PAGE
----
I've been wanting to read about movies for a while, not just watch them. But where do I start?
I'm not really interested in actors (biographies/gossip) or movie reviews, but more some good suggestions for books about genres, styles and history of movies. Ideally I guess it would be some "The Movies 1895-2010: A complete guide to genres and notable works/directors/actors with in-depth analyses of important elements"-kinda book (yeah, I know, they haven't written that one yet).
Although I've spent the last couple of years watching movies in near-chronological order and can tell some of the various "waves" from each other, I still haven't read anything other than the occasional essay included in some of the Criterion Collection DVD sets.
So, where does an absolute beginner in movie "theory"/history begin?
I think there are a lot of different approaches. I'm an obsessive film book purchaser, and I tend to buy books about the aspects of the movie industry that I'm most interested in, i.e. film noir, old Hollywood, and the Oscars. I also have a number of books by critics like Ebert and Kael, and bios of guys like Bogart, Mitch, and Cagney, etc.
One of my favorite fundamental books is Thomas Schatz's The Genius of the System. I have an earlier edition than the one I'm linking to, but this is a great overview of how Hollywood evolved from the early days through the demise of the studio system. It is highly instructive and reads like a novel. I can't imagine a better book to start with.
Oh, and you just can't beat City of Nets.
City of Nets - I don't accept everything the author says, but Prof is right. It's a terrific "collateral" history of Hollywood in the 'forties.
The second book contains Agee's screenplays. He wasn't only a keen critic but also a film artist in his own right. He collaborated on or wrote the scripts for The African Queen, The Night of the Hunter, and a short film version of Stephen Crane's A Bride Comes to Yellow Sky. This last movie actually features him in a small role as an occupant of the town jail. It ain't much, but it was joined to another short, adapted from Conrad's The Secret Sharer, with James Mason as the young captain, in a movie called Face to Face.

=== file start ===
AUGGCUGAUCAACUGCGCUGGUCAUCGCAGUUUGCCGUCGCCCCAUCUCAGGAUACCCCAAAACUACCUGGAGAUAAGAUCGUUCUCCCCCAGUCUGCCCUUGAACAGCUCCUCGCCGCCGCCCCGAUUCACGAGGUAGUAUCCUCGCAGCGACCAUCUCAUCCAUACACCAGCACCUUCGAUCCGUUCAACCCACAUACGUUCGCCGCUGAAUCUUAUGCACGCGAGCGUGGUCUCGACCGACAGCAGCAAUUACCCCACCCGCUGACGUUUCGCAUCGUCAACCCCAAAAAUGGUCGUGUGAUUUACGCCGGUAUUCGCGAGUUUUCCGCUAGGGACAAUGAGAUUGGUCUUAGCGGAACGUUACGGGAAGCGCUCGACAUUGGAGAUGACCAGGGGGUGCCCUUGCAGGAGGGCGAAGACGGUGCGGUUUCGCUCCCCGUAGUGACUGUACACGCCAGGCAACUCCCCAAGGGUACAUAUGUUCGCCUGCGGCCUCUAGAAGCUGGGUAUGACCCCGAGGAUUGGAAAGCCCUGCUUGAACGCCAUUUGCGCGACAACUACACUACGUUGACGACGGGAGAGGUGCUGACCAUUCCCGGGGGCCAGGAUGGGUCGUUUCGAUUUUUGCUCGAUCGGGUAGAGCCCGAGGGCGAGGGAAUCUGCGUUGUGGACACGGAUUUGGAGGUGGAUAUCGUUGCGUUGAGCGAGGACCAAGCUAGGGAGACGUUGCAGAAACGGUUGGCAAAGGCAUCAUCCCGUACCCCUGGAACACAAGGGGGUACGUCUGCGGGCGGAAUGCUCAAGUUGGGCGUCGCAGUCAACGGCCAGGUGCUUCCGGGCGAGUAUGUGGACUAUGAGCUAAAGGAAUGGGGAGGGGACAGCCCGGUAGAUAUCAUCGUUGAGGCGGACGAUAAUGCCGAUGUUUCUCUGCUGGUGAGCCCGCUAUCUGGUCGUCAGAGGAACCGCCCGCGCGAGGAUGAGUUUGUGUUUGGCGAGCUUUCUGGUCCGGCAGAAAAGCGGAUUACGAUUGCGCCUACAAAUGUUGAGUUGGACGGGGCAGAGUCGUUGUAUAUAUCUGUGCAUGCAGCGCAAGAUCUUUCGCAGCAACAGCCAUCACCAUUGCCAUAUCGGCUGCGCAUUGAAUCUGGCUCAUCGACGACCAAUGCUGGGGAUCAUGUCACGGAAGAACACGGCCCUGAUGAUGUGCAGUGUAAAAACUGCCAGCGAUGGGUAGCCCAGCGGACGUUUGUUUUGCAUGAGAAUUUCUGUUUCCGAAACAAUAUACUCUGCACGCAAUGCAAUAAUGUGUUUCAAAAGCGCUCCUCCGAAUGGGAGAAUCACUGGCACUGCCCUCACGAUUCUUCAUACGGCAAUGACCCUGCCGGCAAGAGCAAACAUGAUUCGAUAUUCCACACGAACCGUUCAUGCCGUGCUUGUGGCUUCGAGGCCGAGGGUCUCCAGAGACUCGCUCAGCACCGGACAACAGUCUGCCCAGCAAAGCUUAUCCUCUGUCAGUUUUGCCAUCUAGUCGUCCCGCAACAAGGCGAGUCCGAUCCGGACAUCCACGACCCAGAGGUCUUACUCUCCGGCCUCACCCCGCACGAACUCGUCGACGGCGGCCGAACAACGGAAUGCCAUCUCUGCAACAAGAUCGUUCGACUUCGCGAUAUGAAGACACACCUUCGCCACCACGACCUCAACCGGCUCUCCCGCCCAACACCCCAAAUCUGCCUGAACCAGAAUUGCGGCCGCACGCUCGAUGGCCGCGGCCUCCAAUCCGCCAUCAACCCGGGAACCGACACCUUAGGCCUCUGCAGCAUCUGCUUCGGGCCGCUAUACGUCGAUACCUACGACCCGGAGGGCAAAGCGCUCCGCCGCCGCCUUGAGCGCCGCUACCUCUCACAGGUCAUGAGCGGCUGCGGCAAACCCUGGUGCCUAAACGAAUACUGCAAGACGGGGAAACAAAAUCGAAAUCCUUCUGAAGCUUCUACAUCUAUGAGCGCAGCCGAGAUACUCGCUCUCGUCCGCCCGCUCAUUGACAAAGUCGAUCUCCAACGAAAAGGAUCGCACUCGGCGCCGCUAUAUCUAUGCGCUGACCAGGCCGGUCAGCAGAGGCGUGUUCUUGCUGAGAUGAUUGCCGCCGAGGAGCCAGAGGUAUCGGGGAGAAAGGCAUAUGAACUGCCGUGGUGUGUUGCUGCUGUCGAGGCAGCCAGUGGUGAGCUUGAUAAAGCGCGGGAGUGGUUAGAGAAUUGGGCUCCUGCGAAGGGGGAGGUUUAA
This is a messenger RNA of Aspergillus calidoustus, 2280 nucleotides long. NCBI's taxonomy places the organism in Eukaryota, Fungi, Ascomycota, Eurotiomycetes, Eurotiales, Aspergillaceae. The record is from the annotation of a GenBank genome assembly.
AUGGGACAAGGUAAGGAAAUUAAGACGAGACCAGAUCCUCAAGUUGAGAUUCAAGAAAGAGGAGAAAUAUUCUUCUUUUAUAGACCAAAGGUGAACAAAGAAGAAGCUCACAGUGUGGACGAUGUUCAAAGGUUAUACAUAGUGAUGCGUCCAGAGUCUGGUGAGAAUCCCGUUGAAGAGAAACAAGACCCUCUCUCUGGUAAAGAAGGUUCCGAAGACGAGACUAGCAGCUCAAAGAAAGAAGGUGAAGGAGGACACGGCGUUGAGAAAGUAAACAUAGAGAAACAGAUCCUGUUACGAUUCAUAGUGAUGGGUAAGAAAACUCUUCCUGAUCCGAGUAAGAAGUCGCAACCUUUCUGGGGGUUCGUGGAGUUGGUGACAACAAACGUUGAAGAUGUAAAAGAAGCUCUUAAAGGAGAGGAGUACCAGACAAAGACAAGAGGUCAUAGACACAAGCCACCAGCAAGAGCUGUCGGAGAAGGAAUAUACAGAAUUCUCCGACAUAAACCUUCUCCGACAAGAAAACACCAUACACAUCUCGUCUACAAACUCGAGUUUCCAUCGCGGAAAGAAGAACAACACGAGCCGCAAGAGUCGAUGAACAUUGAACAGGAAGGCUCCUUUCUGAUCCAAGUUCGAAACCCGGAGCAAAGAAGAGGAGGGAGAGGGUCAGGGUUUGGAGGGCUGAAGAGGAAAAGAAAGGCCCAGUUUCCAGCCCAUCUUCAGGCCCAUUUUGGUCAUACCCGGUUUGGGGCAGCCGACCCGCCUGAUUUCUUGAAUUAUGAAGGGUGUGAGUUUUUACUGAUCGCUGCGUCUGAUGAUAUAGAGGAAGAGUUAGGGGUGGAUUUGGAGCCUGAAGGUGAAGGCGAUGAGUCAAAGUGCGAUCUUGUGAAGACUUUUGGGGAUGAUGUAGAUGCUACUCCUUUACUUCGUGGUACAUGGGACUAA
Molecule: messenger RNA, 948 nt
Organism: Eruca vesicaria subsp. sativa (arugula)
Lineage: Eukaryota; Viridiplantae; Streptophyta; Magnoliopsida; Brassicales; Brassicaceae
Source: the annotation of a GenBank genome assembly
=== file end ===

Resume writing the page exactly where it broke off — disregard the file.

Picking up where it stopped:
Agee was a true critic. He expressed not only his opinions, but also his considerable and acute insights. It so happened that the material he was obliged to review consisted of a good deal of vapid Hollywood studio mainstream product of the 1940s. See, for example, his quickie analysis of MGM's Tennessee Johnson, where he exhibits a sense of what he wants to see in historical films, what he thinks such films are capable of. He does this in a mere sentence or two relating to the performance of a man who'd go on to be a career hack actor, Morris Ankrum, but who has his moment in the sun as Jefferson Davis.
The Genius of the System, somewhat reminds me of a few films. I've seen one narrated by Clint Eastwood on the history of MGM studios (I thought it was), but looked around pretty quick on the web and don't see it. However, if you haven't seen the one called Personal Journey with Martin Scorsese, it's worth checking out.
I can't resist one of Agee's remarks -- that movies about Hollywood are usually better than books about Hollywood. He excepted only Fitzgerald's The Last Tycoon and West's The Day of the Locust from this observation.
Of course, he wrote this many years ago. A lotta books about Hollywood have come out since then.
Like The Professor, I tend to buy movie books on a subject that interest me, and if they happen to be on sale, it's a double whammy. A few days back I was in Dallas, and one of the suburbs, Plano, was having a Friends of the Library sale, and it was a good one. I found a huge tome, The Art of Walt Disney: From Mickey Mouse to the Magic Kingdoms by .... It's filled with colorful artwork, history of Disney, and so forth. It was an interesting find if you enjoy Disney.
This is a link to a book I posted earlier called Graven Images by Ronald V. Borst on science fiction and horror, starting with the teens and twenties, going up to the sixties, with an essay before each time period by a different author like Ray Bradbury, Harlan Ellison, Stephen King, and so forth. It's filled with old movie posters and such, it's a great book on the genre if you enjoy that sort of thing.
I have that book! It isn't as useful as it was when printed, but it still includes a few images that are relatively absent from the internet.
Documentary on the pre-history of film available on youtube...
I can't answer your question properly, though I'd like to. To my mind Pauline Kael's I Lost It at The Movies and Andrei Tarkovsky's Sculpting in Time have not been equaled in their respective genres (Kael, in popular criticism and Tarkovsky in auteur (if you like) recollection/observation).
Kael is fun to read -- because she writes so well. But she's a better critic of critics than she is of films.
Yes, her reviews of Lolita and The Innocents and Bonnie and Clyde have a touch of the genuine critic about them. But she's more of a schoolmarm passing out grades and thwacking pupils with her ruler than she is a truly critical intelligence.
I like her for her imperfections, her hypocrisy, and her complete snobbery. Despite the fact that she's dismissive of many of my favorite films, I've always really liked her and appreciated her flair for language.